The sensitivity analysis in Table 59 assumes that we take no action in response to these rate shifts over the indicated periods. Our core net interest income was asset sensitive to a parallel move in interest rates at both December 31, 2011 and 2010. As part of our ALM activities, we use securities, residential mortgages, and interest rate and foreign exchange derivatives in managing interest rate sensitivity. The significant decline in long-end rates contributed to the increase in asset sensitivity between 2011 and 2010.SecuritiesThe securities portfolio is an integral part of our ALM position and is primarily comprised of debt securities including MBS and to a lesser extent U.S. Treasury, corporate, municipal and other debt securities. At December 31, 2011 and 2010, we held AFS debt securities of $276.2 billion and $337.6 billion. During 2011 and 2010, we purchased AFS debt securities of $99.5 billion and $199.2 billion, sold $116.8 billion and $97.5 billion, and had maturities and received paydowns of $56.7 billion and $70.9 billion. We realized $3.4 billion and $2.5 billion in net gains on sales of debt securities during 2011 and 2010. We securitized no mortgage loans into MBS during 2011 compared to $2.4 billion in 2010, which we retained.During 2011, we purchased approximately $35.6 billion of U.S. agency MBS which are classified as held-to-maturity securities. The purchases of these securities are part of our long-term investment activities which include holding these securities to maturity. The classification of these securities as held-to-maturity also mitigates accumulated OCI volatility and possible negative impacts on our regulatory capital requirements under the Basel III capital standards. The contractual maturities of the held-to-maturity securities are greater than 10 years and they are subject to prepayment by the issuers.Accumulated OCI included after-tax net unrealized gains of $3.1 billion and $7.4 billion at December 31, 2011 and 2010, comprised primarily of after-tax net unrealized gains of $3.1 billion and $714 million related to AFS debt securities and after-tax net unrealized gains of $3 million and $6.7 billion related to AFS marketable equity securities. The December 31, 2010 unrealized gain on marketable equity securities was related to our investment in CCB. See Note 5 – Securities to the Consolidated Financial Statements for further discussion on marketable equity securities. The net unrealized gains in accumulated OCI related to AFS debt securities increased $3.9 billion during 2011 to $5.0 billion, primarily due to a lower interest rate environment. We recognized $299 million of other-than-temporary impairment (OTTI) losses in earnings on AFS debt securities in 2011 compared to $970 million on AFS debt and marketable equity securities in 2010. The recognition of OTTI losses on AFS debt and marketable equity securities is based on a variety of factors, including the length of time and extent to which the market value has been less than amortized cost, the financial condition of the issuer of the security including credit ratings and any specific events affecting the operations of the issuer, underlying assets that collateralize the debt security, other industry and macroeconomic conditions, and our intent and ability to hold the security to recovery.Residential Mortgage PortfolioAt December 31, 2011 and 2010, our residential mortgage portfolio was $262.3 billion (which excludes $906 million in residential mortgage loans accounted for under the fair value option) and $258.0 billion. For more information on consumer fair value option loans, see Consumer Credit Risk – Consumer Loans Accounted for Under the Fair Value Option on page 92. Outstanding residential mortgage loans increased $4.3 billion in 2011 as new origination volume was partially offset by paydowns, charge-offs and transfers to foreclosed properties. In addition, we repurchased $7.8 billion of delinquent FHA loans pursuant to our servicing agreements with GNMA which also increased the residential mortgage portfolio during 2011.During 2011 and 2010, we retained $45.5 billion and $63.8 billion in first-lien mortgages originated by CRES and GWIM. We received paydowns of $42.3 billion and $38.2 billion in 2011 and 2010. There were no loans securitized in 2011 compared to $2.4 billion of loans securitized into MBS which we retained in 2010. We recognized gains of $68 million on the securitizations completed in 2010. We purchased $72 million of residential mortgages related to ALM activities in 2011 compared to none in 2010. We sold $109 million and $443 million of residential mortgages in 2011 and 2010, of which all of the 2011 sales were originated residential mortgages and $432 million of the 2010 sales were originated residential mortgages and $11 million were previously purchased from third parties. Net gains on these transactions were minimal.Interest Rate and Foreign Exchange Derivative ContractsInterest rate and foreign exchange derivative contracts are utilized in our ALM activities and serve as an efficient tool to manage our interest rate and foreign exchange risk. We use derivatives to hedge the variability in cash flows or changes in fair value on our balance sheet due to interest rate and foreign exchange components. For additional information on our hedging activities, see Note 4 – Derivatives to the Consolidated Financial Statements.Our interest rate contracts are generally non-leveraged generic interest rate and foreign exchange basis swaps, options, futures and forwards. In addition, we use foreign exchange contracts, including cross-currency interest rate swaps, foreign currency forward contracts and options to mitigate the foreign exchange risk associated with foreign currency-denominated assets and liabilities. Changes to the composition of our derivatives portfolio during 2011 reflect actions taken for interest rate and foreign exchange rate risk management. The decisions to reposition our derivatives portfolio are based upon the current assessment of economic and financial conditions including the interest rate and foreign currency environments, balance sheet composition and trends, and the relative mix of our cash and derivative positions. Table 60 includes derivatives utilized in our ALM activities including those designated as accounting and economic hedging instruments and shows the notional amount, fair value, weighted-average receive-fixed and pay-fixed rates, expected maturity and average estimated durations of our open ALM derivatives at December 31, 2011 and 2010. Our interest rate swap positions, including foreign exchange contracts, were a net receive-fixed position of $67.9 billion and $6.4 billion at December 31, 2011 and 2010. The notional amount of our foreign exchange basis swaps was $262.4 billion and $235.2 billion at December 31, 2011 and 2010. Our futures and forwards notional position, which reflects the net of long and short positions, was a long position of $12.2 billion at December 31, 2011 compared to a short position of $280 million at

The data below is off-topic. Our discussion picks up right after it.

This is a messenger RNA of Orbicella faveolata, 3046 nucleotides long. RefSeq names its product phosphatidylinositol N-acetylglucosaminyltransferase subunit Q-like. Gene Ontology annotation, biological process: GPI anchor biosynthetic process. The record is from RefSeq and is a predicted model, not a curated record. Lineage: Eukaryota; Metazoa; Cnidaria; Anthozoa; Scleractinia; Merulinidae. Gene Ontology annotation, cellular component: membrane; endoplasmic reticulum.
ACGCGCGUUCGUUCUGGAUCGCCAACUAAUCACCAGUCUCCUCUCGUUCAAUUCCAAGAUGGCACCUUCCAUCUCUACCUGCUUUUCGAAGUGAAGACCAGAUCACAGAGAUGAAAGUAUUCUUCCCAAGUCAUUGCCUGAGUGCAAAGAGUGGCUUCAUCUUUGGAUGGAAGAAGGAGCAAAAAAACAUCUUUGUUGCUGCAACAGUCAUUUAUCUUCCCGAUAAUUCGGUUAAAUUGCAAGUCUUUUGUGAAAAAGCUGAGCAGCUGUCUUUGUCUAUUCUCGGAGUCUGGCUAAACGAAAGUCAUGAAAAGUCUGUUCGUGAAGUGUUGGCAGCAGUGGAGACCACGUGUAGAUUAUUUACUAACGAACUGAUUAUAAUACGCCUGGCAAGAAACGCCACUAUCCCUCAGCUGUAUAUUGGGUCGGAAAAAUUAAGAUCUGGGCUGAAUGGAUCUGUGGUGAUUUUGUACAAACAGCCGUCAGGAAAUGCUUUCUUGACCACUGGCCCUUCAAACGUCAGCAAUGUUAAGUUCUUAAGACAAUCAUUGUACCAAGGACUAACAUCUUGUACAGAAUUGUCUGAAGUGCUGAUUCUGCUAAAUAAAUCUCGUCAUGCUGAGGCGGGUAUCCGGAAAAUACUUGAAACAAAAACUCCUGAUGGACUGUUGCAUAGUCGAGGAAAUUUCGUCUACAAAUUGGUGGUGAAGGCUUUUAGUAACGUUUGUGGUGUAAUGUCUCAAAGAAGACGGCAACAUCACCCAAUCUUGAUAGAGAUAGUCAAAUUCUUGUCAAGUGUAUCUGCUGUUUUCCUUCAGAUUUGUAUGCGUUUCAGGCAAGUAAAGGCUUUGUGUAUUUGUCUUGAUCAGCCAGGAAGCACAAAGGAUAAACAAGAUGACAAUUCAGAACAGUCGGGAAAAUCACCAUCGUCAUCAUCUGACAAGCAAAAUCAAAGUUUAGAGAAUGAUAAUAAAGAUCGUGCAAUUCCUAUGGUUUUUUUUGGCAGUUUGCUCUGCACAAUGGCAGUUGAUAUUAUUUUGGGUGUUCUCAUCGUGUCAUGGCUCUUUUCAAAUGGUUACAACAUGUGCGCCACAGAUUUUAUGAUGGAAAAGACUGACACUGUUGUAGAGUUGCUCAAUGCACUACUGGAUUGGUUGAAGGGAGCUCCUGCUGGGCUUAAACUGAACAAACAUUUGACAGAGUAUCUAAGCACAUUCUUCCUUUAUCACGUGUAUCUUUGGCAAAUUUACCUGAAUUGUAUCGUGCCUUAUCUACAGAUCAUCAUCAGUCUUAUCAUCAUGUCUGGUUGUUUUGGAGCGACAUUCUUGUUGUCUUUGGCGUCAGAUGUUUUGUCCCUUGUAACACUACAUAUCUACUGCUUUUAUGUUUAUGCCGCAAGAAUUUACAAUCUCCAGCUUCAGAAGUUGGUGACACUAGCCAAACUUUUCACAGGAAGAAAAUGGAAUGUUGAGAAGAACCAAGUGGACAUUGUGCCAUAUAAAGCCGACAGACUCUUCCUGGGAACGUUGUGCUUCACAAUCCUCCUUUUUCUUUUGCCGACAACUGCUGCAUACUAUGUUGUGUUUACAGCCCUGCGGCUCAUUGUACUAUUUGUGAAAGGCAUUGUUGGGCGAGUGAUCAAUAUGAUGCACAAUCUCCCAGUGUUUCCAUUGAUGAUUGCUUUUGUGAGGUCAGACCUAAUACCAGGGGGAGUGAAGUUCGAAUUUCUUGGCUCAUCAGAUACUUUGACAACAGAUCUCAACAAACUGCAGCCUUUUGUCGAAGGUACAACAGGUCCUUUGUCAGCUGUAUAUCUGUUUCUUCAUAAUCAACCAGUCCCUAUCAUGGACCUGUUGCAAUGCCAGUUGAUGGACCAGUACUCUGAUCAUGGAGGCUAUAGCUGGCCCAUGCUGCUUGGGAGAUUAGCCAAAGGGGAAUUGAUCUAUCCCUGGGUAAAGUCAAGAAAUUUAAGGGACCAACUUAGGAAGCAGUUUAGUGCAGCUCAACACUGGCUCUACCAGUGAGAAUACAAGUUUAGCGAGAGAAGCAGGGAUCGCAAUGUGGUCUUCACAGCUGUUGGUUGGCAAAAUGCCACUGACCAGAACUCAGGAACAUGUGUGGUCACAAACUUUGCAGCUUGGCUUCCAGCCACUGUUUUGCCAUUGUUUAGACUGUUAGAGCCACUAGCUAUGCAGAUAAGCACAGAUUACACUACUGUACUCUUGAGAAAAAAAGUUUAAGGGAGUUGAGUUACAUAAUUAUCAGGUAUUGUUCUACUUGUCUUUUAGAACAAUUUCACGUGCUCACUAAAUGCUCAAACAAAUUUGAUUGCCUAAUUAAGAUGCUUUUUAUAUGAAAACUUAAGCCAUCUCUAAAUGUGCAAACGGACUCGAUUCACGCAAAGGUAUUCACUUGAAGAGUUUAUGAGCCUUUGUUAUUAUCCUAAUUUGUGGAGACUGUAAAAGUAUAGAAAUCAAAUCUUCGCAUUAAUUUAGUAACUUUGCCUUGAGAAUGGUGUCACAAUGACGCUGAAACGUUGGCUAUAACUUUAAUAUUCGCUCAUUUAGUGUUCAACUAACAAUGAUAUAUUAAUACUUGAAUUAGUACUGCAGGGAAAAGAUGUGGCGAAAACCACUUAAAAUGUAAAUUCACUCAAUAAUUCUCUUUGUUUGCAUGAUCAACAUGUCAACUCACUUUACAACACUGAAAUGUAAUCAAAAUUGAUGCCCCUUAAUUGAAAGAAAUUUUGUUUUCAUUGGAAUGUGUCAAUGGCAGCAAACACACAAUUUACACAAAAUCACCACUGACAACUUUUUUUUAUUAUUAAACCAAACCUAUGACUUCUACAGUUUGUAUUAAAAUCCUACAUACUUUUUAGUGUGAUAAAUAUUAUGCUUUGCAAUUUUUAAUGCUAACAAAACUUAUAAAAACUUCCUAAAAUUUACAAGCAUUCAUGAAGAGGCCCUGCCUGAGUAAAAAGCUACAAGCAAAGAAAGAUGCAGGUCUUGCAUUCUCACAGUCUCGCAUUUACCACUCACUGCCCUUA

2010 Compared to 2009The following discussion and analysis provides a comparison of our results of operations for 2010 and 2009. This discussion should be read in conjunction with the Consolidated Financial Statements and related Notes. Tables 7 and 8 contain financial data to supplement this discussion.OverviewNet Income/LossNet loss totaled $2.2 billion in 2010 compared to net income of $6.3 billion in 2009. Including preferred stock dividends, the net loss applicable to common shareholders was $3.6 billion, or $(0.37) per diluted share. Those results compared to a net loss applicable to common shareholders of $2.2 billion, or $(0.29) per diluted share for 2009.Net Interest IncomeNet interest income on a FTE basis increased $4.3 billion to $52.7 billion for 2010 compared to 2009. The increase was due to the impact of deposit pricing and the adoption of new consolidation guidance which contributed $10.5 billion to net interest income in 2010. The increase was partially offset by lower commercial and consumer loan levels, the sale of First Republic in 2010 and lower rates on core assets and trading assets and liabilities, including derivative exposures. The net interest yield on a FTE basis increased 13 bps to 2.78 percent for 2010 compared to 2009 due to the factors described above.Noninterest IncomeNoninterest income decreased $13.8 billion to $58.7 billion in 2010 compared to 2009. Card income decreased $245 million due to the implementation of the CARD Act partially offset by the impact of the new consolidation guidance and higher interchange income. Service charges decreased $1.6 billion largely due to the impact of overdraft policy changes in conjunction with Regulation E, which became effective in the third quarter of 2010 and the impact of our overdraft policy changes implemented in late 2009. Equity investment income decreased $4.8 billion, as net gains on the sales of certain strategic investments during 2010 were less than gains in 2009 that included a $7.3 billion gain related to the sale of a portion of our investment in CCB. Trading account profits decreased $2.2 billion due to more favorable market conditions in 2009 and investor concerns regarding sovereign debt fears and regulatory uncertainty. DVA gains, net of hedges, on derivative liabilities of $262 million for 2010 compared to losses of $662 million for 2009. Mortgage banking income decreased $6.1 billion due to an increase of $4.9 billion in representations and warranties provision and lower volume and margins. Gains on sales of debt securities decreased $2.2 billion driven by a lower volume of sales of debt securities. The decrease also included the impact of losses in 2010 related to portfolio restructuring activities. Other income (loss) improved by $2.4 billion. 2009 included a net negative fair value adjustment related to our own credit of $4.9 billion on structured liabilities compared to a net positive adjustment of $18 million in 2010, and 2009 also included a $3.8 billion gain on the contribution of our merchant services business to a joint venture. Legacy asset write-downs included in other income (loss) were $1.7 billion in 2009 compared to net gains of $256 million in 2010. Impairment losses recognized in earnings on AFS debt securities decreased $1.9 billion reflecting lower impairment write-downs on non-agency RMBS and CDOs.Provision for Credit LossesThe provision for credit losses decreased $20.1 billion to $28.4 billion for 2010 compared to 2009 due to improving portfolio trends across the consumer and commercial portfolios. Net charge-offs totaled $34.3 billion, or 3.60 percent of average loans and leases for 2010 compared to $33.7 billion, or 3.58 percent for 2009.Noninterest ExpenseNoninterest expense increased $16.4 billion to $83.1 billion for 2010 compared to 2009 largely due to goodwill impairment charges of $12.4 billion. The increase was also driven by a $3.6 billion increase in personnel costs reflecting the build out of several businesses, the recognition of expense on proportionally larger 2009 incentive deferrals and the U.K. payroll tax on certain year-end incentive payments, as well as a $1.6 billion increase in litigation costs. These increases were partially offset by a $901 million decline in merger and restructuring charges compared to 2009. Noninterest expense for 2009 included a special FDIC assessment of $724 million. Income Tax ExpenseIncome tax expense was $915 million for 2010 compared to a benefit of $1.9 billion for 2009. The effective tax rate in 2010 was not meaningful due to the impact of non-deductible goodwill impairment charges of $12.4 billion. The effective tax rate for 2010 excluding goodwill impairment charges was 8.3 percent compared to (44.0) percent in 2009. The change in the effective tax rate from the prior year was primarily driven by an increase in pre-tax income excluding the non-deductible goodwill impairment charges. Also impacting the 2010 effective tax rate was a $392 million charge from a U.K. law change and a $1.7 billion tax benefit from the release of a portion of the deferred tax asset valuation allowance related to acquired capital loss carryforward tax benefits compared to $650 million in 2009.Business Segment OperationsDepositsNet income decreased $1.3 billion to $1.4 billion in 2010 due to a decline in revenue and higher noninterest expense. Net interest income increased $1.1 billion to $8.3 billion as a result of a customer shift to more liquid products and continued pricing discipline, partially offset by a lower net interest income allocation related to ALM activities. Noninterest income decreased $1.8 billion to $5.3 billion driven by the impact of overdraft policy changes in conjunction with Regulation E, which was effective in the third quarter of 2010, and our overdraft policy changes implemented in late 2009. Noninterest expense increased $1.5 billion to $11.2 billion as a higher proportion of banking center sales and service costs was aligned to Deposits from the other segments, and increased litigation expenses partially offset by a decrease in FDIC expenses as 2009 included a special assessment.